Oncogenes that encode DNA-binding, transcription factors are likely to contribute to the cancerous state by directly altering gene regulation. The Jun and Fos oncoproteins, which belong to the family of transcription factors that bind AP-1 sites (TGACTCA), have been extensively characterized. Mutational analyses have defined regions of Jun and Fos that are important for oncogenesis, but the functional complexities of AP- 1 factors make it difficult to discriminate among potential molecular mechanisms. Moreover, although AP-1 sites are found in numerous promoters and can affect transcription, oncogenically relevant target genes have not yet been identified. We have developed a novel approach to studying oncogenesis mediated by AP-1 factors that involves yeast GCN4, an autonomous and heterologous AP-1 transcription factor whose function is not subject to the regulatory complexities of the Jun-Fos family. In rat embryo fibroblasts, GCN4 induces transcriptional activation through AP-1 sites, but unlike Jun and Fos1 it is unable to mediate cellular transformation in cooperation with Ha-ras. Analysis of chimeric proteins containing the GCN4 DNA-binding domain defined oncogenic functions on Jun and Fos that are distinct from generic transcriptional activation domains. The overall goal of this proposal is to use these and other AP-1 derivatives as probes for identifying oncogenically relevant target genes and for determining how Fos and Jun transform cells. To accomplish this, we propose the following experiments. First, oncogenically-relevant target genes will be identified by virtue of being differentially affected by oncogenic and non-oncogenic derivatives of GCN4 that are equally efficient at transcriptional activation through AP-1 sites. Rat embryo fibroblasts will be transfected in parallel with DNAs expressing Ha-ras, a cell-surface marker, and the GGN4 derivative of interest, and transfected cells will be isolated by panning (using antibodies to the cell surface marker). Differentially expressed genes will be identified by direct analysis of candidate genes likely to be important in cell growth, by PCR- based RNA display technology, and by subtractive cDNA libraries. Second, for a selected number of target genes, we will isolate the promoter regions and determine whether they can recapitulate the expression pattern. Further promoter analysis will be focused on identifying AP-1 and other DNA sequences involved in the discrimination between the GCN4 derivatives. The long-term goal is to determine the transcriptional mechanisms that are specifically correlated to cellular transformation. Third, using the yeast 2-hybrid system, we will search for proteins that interact with the N-terminal loop residues of Fos, a region that transforms cells when fused to the GCN4 bZIP domain. Oncogenic relevance of the identified proteins will be tested using our existing set of transforming and non-transforming Fos derivatives that differ by l or 2 amino acids. Genes passing the oncogenic relevance test will be sequenced, and the encoded proteins will be tested for their transcriptional properties on promoters identified and characterized in aims l and 2. Overall, these studies represent a novel approach for identifying and characterizing oncogenically-relevant targets of AP-1 transcription factors. The results should have broad significance because targets of other oncogenes and tumor suppressor genes are essentially unknown.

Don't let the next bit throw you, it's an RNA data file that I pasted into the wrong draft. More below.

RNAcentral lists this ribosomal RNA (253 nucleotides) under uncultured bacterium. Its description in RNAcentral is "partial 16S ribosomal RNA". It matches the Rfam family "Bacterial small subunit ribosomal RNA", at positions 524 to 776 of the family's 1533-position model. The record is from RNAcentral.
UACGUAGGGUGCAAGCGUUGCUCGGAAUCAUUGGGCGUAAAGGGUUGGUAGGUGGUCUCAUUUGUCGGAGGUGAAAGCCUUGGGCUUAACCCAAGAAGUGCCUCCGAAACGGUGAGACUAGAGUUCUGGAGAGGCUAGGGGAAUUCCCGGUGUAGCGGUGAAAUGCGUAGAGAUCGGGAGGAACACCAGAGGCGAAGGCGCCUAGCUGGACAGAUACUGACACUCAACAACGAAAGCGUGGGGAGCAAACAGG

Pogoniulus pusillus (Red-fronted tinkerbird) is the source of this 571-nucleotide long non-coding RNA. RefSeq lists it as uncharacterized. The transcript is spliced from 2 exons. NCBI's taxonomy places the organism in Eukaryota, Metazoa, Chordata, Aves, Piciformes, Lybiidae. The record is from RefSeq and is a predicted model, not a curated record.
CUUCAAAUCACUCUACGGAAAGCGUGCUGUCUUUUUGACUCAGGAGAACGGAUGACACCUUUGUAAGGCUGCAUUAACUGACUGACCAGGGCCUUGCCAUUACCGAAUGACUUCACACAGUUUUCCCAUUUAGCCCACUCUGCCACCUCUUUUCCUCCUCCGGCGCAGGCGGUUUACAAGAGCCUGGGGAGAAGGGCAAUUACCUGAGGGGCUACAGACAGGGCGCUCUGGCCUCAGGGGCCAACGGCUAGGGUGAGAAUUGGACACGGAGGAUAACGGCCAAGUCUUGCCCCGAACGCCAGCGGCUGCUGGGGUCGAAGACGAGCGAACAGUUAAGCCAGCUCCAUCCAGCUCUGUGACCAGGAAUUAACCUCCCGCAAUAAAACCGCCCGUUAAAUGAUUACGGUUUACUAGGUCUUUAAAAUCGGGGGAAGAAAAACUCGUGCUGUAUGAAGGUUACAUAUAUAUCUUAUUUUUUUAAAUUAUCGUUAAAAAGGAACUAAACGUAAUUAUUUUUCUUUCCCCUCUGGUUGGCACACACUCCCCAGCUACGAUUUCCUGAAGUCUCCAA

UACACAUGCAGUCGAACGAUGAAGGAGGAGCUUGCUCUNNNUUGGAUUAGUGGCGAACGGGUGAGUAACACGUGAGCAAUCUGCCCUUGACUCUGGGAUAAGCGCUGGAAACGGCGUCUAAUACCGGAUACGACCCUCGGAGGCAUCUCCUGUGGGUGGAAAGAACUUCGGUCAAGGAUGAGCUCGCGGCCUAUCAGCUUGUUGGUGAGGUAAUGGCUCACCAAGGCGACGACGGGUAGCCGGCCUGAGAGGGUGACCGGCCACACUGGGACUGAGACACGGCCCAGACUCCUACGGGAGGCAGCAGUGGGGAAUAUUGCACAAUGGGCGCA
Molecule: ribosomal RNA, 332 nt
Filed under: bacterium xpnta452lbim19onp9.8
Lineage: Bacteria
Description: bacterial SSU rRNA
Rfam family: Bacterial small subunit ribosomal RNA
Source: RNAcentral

National Institute of Health (NIH)
National Cancer Institute (NCI)
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Molecular Cytology Study Section (CTY)
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Harvard University
Schools of Medicine
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